Full flow filters will not bypass oil unless they're plugged. The only thing they will bypass is any contamination smaller than their micron rating.

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Al English

03-02-2001 19:56:04

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 Re: Re: Re: Re: Re: Warrantys on rebuilt tractor motors in reply to Bern, 03-02-2001 19:10:18  
Hey Bern, Nearly all so-called "full flow" filters have a bypass valve built right into them. And the few that don't rely on a bypass valve located in the engines oiling system. Many of the in-filter bypass valves are so poorly made they leak from the day they are new. You would be surprised, or maybe horrified, to know how little filter area there is in even a good filter. A percentage of the oil is routinely bypassed around the filter. After a little contamination has been filtered there is even less flow area available. When oil is cold it is thicker and less willing to pass through the filter. As a result, almost none of the oil is filtered when the engine is cold. Some industrial engines actually have a second "Bypass Filter" that filters the oil being bypassed by the main FULL FLOW filter. You would be amazed how much stuff these bypass filters catch. Stuff that would otherwise have gone on it's way into the engine. I used to work on engines that actually relied on bypassed oil for secondary lubrication within the engine. If you were referring to the old style bypass filters that filtered only a few percent of the engines total oil flow than yes, a full flow filter is much better, but the term full flow filter has given people a slanted view of what's really going on. Sorry I took so long to make my point...Al English

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B Seifert

03-03-2001 19:29:33

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 Re: Re: Re: Re: Re: Re: Warrantys on rebuilt tractor motors in reply to Al English, 03-02-2001 19:56:04  
Al you took the words right out of my mouth. A bypass in an oil filter is important. Especially on a cold eng. (winter time). Cold oil can not possibly go through a filter fast enough. This is when the bypass valve has to open. Bern is right on talking about the media rating inside the filter. Some filters will filter out smaller particles (measured in microns). I have cut apart many filters through the years. There are vast differences in type and amount of filtering media inside. Which ones are best? Most brands make several diff. quality filters. Maybe it's possible to get the specs on filters, don't know. If we could, would we understand or be able to know what is best. Still sounds like Al really knows his stuff. Oh YA! what was the ? something about rebuilt motors!!!! Seif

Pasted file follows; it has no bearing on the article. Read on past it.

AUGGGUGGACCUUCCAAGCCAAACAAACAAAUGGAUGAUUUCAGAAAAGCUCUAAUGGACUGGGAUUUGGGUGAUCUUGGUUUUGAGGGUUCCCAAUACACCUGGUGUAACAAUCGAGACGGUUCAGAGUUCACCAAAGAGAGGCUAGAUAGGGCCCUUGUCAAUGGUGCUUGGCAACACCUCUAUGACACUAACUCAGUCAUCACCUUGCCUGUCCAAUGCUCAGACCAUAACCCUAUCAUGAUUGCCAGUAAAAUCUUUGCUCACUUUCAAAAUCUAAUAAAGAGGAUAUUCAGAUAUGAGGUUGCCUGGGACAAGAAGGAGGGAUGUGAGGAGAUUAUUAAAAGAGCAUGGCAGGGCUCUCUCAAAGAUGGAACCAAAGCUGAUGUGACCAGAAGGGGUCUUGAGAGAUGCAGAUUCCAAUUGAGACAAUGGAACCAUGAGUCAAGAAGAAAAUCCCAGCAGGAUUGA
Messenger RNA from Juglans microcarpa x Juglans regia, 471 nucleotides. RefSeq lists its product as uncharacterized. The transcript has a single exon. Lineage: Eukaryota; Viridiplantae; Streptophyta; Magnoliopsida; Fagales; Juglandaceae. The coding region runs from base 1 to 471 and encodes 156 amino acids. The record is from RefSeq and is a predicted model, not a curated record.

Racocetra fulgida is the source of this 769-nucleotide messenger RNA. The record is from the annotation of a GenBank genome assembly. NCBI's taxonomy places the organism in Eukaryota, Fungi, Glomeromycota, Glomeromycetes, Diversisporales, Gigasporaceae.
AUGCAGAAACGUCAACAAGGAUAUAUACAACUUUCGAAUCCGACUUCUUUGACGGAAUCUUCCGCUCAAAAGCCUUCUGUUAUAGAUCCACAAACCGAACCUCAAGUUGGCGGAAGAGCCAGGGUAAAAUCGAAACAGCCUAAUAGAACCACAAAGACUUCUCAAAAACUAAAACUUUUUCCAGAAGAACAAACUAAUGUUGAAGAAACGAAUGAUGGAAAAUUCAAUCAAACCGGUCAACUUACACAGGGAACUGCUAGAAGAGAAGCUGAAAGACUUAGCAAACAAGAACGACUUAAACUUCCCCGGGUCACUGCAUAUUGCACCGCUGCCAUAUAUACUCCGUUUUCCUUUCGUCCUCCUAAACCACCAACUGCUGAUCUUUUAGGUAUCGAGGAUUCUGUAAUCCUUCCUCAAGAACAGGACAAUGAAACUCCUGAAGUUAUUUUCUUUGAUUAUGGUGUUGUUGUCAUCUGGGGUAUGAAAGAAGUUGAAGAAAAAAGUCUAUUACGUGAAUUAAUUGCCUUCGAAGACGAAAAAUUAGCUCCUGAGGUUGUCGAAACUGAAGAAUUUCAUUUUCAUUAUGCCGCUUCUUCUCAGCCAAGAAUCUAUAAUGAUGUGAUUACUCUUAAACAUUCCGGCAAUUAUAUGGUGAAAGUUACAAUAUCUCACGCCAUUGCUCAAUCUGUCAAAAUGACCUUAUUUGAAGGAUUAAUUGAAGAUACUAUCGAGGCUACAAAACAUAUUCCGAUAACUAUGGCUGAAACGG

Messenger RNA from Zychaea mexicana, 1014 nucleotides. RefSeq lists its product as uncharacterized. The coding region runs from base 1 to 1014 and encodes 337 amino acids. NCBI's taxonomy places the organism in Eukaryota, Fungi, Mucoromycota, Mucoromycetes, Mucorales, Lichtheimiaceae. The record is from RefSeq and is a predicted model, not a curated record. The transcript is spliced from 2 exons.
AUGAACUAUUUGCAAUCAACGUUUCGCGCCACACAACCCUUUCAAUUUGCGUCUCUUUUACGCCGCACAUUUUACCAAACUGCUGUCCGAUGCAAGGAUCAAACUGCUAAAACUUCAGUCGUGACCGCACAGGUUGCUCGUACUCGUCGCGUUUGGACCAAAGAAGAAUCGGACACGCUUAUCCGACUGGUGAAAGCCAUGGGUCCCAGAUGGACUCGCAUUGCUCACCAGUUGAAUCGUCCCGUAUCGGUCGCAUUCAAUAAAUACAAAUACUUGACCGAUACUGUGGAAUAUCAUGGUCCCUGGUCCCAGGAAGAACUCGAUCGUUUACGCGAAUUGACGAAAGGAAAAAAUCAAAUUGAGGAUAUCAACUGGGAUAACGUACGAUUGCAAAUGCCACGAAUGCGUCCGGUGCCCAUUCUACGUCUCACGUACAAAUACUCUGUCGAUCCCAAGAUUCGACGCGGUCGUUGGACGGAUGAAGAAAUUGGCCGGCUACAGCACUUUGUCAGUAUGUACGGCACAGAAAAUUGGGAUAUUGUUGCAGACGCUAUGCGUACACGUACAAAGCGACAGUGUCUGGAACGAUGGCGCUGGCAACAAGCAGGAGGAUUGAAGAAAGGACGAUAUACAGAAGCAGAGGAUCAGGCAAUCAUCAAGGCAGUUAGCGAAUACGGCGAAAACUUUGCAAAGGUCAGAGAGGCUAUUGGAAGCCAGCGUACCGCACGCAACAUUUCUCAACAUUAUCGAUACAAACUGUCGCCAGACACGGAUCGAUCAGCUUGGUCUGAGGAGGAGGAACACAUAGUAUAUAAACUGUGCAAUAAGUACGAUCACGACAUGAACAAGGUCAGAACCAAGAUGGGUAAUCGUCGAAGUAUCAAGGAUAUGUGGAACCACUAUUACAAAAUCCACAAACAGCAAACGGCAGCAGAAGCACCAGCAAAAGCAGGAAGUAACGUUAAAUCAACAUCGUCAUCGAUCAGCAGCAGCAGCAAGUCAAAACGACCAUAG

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03-02-2001 21:35:02

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 Re: Re: Re: Re: Re: Re: Warrantys on rebuilt tractor motors in reply to Al English, 03-02-2001 19:56:04  
Hmmm... you may be right about some of the lesser quality filters, but I would not expect that out of a Fleetguard filter. I have seen those filters sectioned before and have been impressed with their construction.

I do not have the Fleetguard manual in front of me, but most of those bypass valves are set at a fairly high pressure differential so as not to bypass unless there is a serious blockage. I don't think a company with the reputation that Fleetguard has could afford to make a filter that is as bad as you describe. I guess it all boils down to: you get what you pay for.